Pets Invaluable to Those With Mental Conditions

In this article from WebMD, this is a look at a study done in the UK and is based on self reported answers from patients there.  Pets are a valuable source of stimulation, and comfort for those with mental conditions yet pets are rarely thought of when treatment plans are being built for that same person.

Pets help us much more than we give back to them.  Pets aid some with anxiety, sometimes pets become caretakers for medical conditions, pets provide social interactions for a segment of the population that is usually not included in social activities.

Please read this article and do your own research.  See if you don’t agree that pets can be a major asset in the life of a mentally compromised person.

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Pets Invaluable to Those With Mental Conditions

6 out of 10 patients put furry or feathered friends at the top of their support list, study finds
WebMD News from HealthDay
By Robert Preidt   HealthDay Reporter

FRIDAY, Dec. 9, 2016 (HealthDay News) — Cats, dogs, birds and other pets can help people manage their mental disorders, a new study says.

Researchers from the United Kingdom asked more than 50 adults with long-term mental conditions about the role pets play in their social networks.

Sixty percent placed pets in the central and most important circle — above family, friends and hobbies. Another 20 percent placed pets in the second circle.

Many said the constant presence and close proximity of their pets provide an immediate source of calm. For some, a pet helps distract them from symptoms and upsetting experiences such as hearing voices or suicidal thoughts.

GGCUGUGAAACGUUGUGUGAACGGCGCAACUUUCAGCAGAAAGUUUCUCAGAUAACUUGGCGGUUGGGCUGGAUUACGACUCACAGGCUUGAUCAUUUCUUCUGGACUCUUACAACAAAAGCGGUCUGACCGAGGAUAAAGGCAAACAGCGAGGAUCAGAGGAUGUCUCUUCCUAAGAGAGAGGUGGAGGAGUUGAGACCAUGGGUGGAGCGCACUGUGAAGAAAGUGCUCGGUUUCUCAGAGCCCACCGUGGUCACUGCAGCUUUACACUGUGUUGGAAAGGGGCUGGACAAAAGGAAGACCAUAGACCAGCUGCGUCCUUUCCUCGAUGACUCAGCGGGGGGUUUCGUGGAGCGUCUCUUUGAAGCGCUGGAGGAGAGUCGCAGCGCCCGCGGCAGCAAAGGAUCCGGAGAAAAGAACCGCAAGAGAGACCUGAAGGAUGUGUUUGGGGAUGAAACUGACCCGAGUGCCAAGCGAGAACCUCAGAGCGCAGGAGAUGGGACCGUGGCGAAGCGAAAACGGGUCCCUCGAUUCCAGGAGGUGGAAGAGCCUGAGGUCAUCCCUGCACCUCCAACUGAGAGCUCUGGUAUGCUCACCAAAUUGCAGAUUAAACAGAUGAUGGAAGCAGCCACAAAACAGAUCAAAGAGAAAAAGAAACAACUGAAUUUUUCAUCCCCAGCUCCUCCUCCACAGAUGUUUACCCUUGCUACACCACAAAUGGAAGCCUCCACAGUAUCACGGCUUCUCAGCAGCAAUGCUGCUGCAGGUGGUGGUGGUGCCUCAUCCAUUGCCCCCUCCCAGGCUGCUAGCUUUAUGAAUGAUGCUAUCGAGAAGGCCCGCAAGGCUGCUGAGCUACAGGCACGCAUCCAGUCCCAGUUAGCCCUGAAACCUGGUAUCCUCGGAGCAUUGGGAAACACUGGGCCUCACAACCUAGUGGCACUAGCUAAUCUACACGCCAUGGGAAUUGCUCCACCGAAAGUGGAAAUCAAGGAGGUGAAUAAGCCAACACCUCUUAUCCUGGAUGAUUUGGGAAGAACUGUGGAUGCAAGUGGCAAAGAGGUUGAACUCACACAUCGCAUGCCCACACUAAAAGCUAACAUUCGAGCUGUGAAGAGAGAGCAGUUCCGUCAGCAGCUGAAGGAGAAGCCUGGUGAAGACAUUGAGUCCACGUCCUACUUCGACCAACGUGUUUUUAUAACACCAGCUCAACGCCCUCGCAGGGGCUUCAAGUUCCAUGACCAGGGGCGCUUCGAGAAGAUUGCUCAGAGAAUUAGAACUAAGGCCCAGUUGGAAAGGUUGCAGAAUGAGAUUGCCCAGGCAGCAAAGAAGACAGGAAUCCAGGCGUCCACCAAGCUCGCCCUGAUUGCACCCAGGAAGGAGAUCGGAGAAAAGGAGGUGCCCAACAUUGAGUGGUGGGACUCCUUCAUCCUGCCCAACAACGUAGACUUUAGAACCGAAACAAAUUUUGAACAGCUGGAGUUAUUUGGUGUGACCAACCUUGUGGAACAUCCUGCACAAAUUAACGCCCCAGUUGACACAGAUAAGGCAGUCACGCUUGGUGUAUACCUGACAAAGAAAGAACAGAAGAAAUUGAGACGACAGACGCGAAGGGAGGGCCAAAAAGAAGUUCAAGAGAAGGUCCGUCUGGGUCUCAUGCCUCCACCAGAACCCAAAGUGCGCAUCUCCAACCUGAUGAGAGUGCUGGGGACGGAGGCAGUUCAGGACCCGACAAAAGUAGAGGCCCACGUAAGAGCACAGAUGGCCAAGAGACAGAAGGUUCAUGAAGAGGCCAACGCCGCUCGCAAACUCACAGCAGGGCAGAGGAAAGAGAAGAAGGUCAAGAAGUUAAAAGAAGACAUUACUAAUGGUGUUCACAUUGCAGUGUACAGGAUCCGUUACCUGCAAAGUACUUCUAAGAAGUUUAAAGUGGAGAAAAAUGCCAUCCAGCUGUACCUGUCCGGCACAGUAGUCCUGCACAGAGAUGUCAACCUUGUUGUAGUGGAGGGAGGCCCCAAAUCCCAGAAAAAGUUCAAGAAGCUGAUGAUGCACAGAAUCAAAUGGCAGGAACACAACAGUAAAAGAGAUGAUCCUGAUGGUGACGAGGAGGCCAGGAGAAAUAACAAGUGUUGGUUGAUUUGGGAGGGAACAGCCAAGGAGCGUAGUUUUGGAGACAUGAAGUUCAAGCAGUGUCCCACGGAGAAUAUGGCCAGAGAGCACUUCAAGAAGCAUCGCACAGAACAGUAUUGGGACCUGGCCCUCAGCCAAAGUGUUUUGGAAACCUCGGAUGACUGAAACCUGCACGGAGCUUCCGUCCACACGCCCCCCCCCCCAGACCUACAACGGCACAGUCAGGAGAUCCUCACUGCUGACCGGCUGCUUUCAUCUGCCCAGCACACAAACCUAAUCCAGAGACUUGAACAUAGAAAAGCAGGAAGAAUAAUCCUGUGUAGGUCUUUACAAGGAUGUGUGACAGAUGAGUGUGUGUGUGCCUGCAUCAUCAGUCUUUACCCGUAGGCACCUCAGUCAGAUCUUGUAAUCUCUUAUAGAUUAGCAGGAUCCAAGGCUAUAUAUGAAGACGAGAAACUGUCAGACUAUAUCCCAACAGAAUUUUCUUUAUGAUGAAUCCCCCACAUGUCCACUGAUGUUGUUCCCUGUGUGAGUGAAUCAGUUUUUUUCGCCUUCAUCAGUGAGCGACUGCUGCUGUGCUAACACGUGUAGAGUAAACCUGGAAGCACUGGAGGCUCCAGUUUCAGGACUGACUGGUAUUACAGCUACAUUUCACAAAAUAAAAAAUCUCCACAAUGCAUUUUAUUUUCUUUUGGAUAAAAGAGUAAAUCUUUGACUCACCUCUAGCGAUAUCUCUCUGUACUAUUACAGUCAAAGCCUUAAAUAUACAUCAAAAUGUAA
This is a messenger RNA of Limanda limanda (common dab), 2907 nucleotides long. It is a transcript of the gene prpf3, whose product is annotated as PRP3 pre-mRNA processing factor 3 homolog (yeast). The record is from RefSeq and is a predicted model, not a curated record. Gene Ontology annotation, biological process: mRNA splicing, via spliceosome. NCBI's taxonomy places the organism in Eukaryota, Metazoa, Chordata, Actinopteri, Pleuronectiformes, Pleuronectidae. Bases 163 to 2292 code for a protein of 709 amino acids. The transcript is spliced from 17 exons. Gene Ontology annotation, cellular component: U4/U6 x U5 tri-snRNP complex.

“You just want to sink into a pit… the cats force me to sort of still be involved with the world,” one patient said.

Another patient said: “I’m not thinking of the voices, I’m just thinking of the birds singing.”

The findings were published Dec. 8 in the journal BMC Psychiatry.

“The people we spoke to through the course of this study felt their pet played a range of positive roles, such as helping them to manage stigma associated with their mental health by providing acceptance without judgment,” said study lead author Helen Brooks, from the University of Manchester.

“Pets were also considered particularly useful during times of crisis,” Brooks said in a journal news release.

“Pets provided a unique form of validation through unconditional support, which [the patients] were often not receiving from other family or social relationships,” she said.

Despite this, pets weren’t considered in the individual care plans for any of the people in the study, Brooks said.

The results suggest pets should be considered a main source of support in the management of long-term mental health problems, Brooks and…(read the rest here)

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